“I’m going to state the obvious,” UW athletic director Jen Cohen began, “and that is that this is a very complex and challenging time for college athletics.”
In an annual presentation to the University of Washington Board of Regents Wednesday, Cohen and UW chief financial officer Kate Cullen outlined the athletic department’s budget in the 2022 financial year — which ends June 30 — and provided detailed projections for FY23 (all of which will be analyzed in an extensive story next week).
But — as is often the case in the current landscape of college athletics — the conversation quickly turned to the most obvious and complex of challenges:
Name, image and likeness laws.
(Or lack thereof.)
Of course, for the totally uninitiated, “NIL” guidelines were instituted by the NCAA on July 1, 2021, and intended to allow college athletes to profit via autograph sales, sponsored social media posts, personal streaming channels, training lessons/camps, speaking engagements, promotional appearances, personal merchandise, endorsement deals and more. Some states — Washington not included — have passed individual NIL laws as well.
But according to Cohen, UW faces two primary problems.
“One is that people are still breaking the rules with inducement. They’re taking kids away from schools,” UW’s athletic director said Wednesday. “And I think (the NCAA) will make an example of a couple schools. I think they have to. There’s a lot of pressure to do that.
“But we’re not going to be in that lane. You don’t want us to be in that lane. But we are in the lane of trying to find every student-athlete at Washington who wants an NIL deal, an NIL deal.”
In the latter lane, Cohen reported significant progress. Specifically, the seventh-year Husky athletic director stated that the entire 2021-22 UW men’s basketball team has had at least one NIL deal, more than 50 UW football players have had a deal to date, and at least one athlete from every UW sport has benefited from NIL in some capacity.
In Wednesday’s presentation, Cullen noted that their projected FY22 budget included a $1.85 million placeholder designated in part for NIL resources, and that number will increase to $2.4 million in FY23 — which “includes funding for an additional (full time employee) to support NIL education.”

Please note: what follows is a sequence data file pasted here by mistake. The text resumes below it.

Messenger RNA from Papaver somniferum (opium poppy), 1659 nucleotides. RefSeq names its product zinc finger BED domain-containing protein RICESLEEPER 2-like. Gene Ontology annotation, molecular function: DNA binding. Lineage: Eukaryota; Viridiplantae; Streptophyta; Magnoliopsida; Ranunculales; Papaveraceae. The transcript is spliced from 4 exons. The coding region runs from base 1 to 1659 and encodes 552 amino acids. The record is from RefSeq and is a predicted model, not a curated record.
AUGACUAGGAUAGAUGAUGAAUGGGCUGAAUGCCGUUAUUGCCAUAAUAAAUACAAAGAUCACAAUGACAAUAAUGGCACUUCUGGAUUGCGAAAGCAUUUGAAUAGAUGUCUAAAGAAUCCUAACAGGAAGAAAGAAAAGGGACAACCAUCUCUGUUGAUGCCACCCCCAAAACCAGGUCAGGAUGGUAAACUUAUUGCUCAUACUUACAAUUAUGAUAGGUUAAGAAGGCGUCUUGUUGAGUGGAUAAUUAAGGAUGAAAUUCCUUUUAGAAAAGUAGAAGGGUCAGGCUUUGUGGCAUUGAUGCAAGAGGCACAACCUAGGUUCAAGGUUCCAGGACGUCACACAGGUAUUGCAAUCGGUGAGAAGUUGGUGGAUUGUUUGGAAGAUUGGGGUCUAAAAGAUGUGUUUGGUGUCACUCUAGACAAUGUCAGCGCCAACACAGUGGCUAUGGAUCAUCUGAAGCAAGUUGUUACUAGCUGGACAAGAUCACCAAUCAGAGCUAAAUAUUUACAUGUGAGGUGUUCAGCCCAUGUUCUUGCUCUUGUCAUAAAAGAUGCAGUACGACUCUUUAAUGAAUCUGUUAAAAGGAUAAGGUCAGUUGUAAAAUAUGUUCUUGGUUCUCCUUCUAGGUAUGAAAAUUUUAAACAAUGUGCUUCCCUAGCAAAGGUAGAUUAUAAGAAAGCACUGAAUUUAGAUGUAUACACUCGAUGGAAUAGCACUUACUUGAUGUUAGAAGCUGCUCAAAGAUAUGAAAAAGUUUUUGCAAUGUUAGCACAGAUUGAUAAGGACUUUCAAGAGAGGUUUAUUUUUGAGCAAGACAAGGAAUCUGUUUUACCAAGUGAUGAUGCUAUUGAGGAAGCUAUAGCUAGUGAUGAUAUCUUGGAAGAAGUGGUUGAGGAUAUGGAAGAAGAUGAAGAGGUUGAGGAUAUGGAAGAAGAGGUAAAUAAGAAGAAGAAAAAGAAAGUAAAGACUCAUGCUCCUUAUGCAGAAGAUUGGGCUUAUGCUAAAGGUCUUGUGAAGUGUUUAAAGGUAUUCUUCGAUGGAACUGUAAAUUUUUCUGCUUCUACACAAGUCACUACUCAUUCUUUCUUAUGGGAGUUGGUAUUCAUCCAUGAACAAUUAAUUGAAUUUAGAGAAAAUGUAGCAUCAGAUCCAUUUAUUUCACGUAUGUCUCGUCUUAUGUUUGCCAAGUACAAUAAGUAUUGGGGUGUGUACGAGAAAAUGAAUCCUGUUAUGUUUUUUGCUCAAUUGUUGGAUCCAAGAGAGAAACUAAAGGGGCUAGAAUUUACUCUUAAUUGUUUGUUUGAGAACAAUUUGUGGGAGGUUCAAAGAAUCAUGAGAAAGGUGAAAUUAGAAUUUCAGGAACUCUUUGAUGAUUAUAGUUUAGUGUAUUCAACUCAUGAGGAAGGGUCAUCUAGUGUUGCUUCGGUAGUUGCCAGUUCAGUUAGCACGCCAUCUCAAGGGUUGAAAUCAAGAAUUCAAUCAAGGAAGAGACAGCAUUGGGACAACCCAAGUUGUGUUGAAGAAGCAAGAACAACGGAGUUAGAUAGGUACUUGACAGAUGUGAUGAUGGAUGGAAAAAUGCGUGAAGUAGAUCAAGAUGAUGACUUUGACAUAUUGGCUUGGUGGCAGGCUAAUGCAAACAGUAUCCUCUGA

“So our program is great, and it’s growing,” Cohen said. “It’s just that the headlines focus on a kid (read: recruit) that’s getting $1.2 million, or $8 million, which is absolutely pay-for-play.”
Cohen may have been indirectly referring to a March report from The Athletic stating that an anonymous 2023 five-star recruit had signed an NIL agreement that could pay him more than $8 million by the end of his junior year — in exchange for public appearances, social media promotions and more. She also speculated that some NIL deals announced on social media are likely inaccurate or altogether untrue — leaked online to bolster an individual athlete, collective or university’s brand.
Meanwhile, the NCAA re-clarified in a statement to its member schools Monday that contact between boosters and prospective recruits is prohibited. The NCAA’s policy has long included a “commitment to avoid pay-for-play and improper inducements tied to choosing to attend a particular school.”
But though Cohen expects the NCAA to “make an example of a couple schools,” it can’t realistically penalize the flood of existing offenders.
“While the NCAA may pursue the most outrageous violations that were clearly contrary to the interim policy adopted last summer, our focus is on the future,” board chair and Georgia president Jere Morehead said in a statement Monday. “The new guidance establishes a common set of expectations for the Division I institutions moving forward, and the board expects all Division I institutions to follow our recruiting rules and operate within these reasonable expectations.”
Which brings us to Washington’s second primary problem: on a state level, athletic departments are adhering to different sets of rules.
“Utah doesn’t have (state NIL) legislation, but their athletic director can drive a starting quarterback to go meet with a donor to get them an NIL deal, because their state laws are different than ours,” Cohen said as an example. “So even though they don’t have (state) legislation and we don’t have (state) legislation, we have state ethics laws here that are different than in Utah.”
Until a Washington state or federal law expressly allows athletic department employees to be involved in NIL operations, UW will have to rely on third parties like “Montlake Futures” — an unaffiliated for-profit collective founded by UW donors and supporters last November to develop deals for Husky athletes.
But while Montlake Futures has publicly opposed pay-for-play inducements, the same can’t be said for competing collectives.
“The problem with the model now is it’s not protecting students,” Cohen said. “There’s other third parties getting involved, and you (as an athletic department employee) don’t get to be involved. It’s really our responsibility to give them the best opportunity to negotiate great deals, but also make sure they’re protected. When we’re not involved in that, I’m concerned about it.”
Cohen earlier added, more directly: “What we’re unable to do that I would love to do on behalf of our students is be more involved in actually creating the deals for them.”
So, yes: it’s a very complex and challenging time for college athletics.
Without a common set of rules, or consistent enforcement, can Washington win in its present lane?